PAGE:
He was a treasure.
He was safe, accurate and fast. I had NOTHING to teach him, except the basic concept that IPSC competition juggles ACCURACY vs SPEED. It took little time to convince him that he needed to know his own competence, and the decide for himself whether he needed to learn to give up a few points on ACCURACY to benefit his natural talent to shoot quickly with little loss of ACCURACY.
After the minimal "shoot two shots at one target" exercises, to determine his level of competence, I decided to present more challenging exercises.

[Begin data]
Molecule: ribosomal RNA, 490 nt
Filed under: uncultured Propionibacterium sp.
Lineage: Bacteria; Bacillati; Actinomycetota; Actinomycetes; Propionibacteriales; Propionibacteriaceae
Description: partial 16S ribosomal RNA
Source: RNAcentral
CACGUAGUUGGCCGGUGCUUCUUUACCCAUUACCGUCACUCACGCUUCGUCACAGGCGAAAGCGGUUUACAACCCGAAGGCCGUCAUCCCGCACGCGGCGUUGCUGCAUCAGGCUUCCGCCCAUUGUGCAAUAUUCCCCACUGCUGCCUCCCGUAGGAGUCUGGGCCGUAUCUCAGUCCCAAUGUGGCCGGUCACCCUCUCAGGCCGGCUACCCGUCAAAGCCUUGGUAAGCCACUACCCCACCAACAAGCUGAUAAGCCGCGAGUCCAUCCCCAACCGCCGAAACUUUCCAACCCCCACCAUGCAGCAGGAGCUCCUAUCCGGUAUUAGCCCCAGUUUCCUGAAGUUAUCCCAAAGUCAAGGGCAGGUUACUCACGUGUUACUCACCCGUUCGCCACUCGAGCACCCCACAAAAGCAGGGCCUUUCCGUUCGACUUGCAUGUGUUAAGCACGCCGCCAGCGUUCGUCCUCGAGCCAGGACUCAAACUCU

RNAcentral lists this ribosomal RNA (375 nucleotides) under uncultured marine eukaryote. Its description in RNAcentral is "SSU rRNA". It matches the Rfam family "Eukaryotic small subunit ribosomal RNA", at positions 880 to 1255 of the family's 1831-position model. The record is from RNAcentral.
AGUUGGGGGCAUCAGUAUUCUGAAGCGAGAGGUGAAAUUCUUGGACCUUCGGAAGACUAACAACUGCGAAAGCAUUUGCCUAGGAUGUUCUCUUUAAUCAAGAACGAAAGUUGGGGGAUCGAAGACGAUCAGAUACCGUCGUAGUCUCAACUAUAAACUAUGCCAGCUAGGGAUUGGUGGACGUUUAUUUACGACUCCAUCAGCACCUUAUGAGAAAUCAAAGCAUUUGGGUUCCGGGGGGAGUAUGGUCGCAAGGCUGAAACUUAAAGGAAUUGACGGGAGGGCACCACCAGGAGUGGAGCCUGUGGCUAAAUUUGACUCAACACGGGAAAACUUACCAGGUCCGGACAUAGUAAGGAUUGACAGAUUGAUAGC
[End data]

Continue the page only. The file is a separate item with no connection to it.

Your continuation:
(When you have only one student, you get to flex his wings and on-the-spot invent stages which are more difficult: it's even more fun when your student is very competent in basic shooting skills, and you get to introduce him to
You can first move the targets farther away from the firing point, make them more complicated with mandatory reloads, and mix cardboard targets with steel targets.Eventually, I began to play "dirty tricks" on him.
Then add movement between different firing points, and eventually make the exercises "Free Form" so the student learns to evaluate the course of fire and determine his OWN "best" solution to the shooting problem!)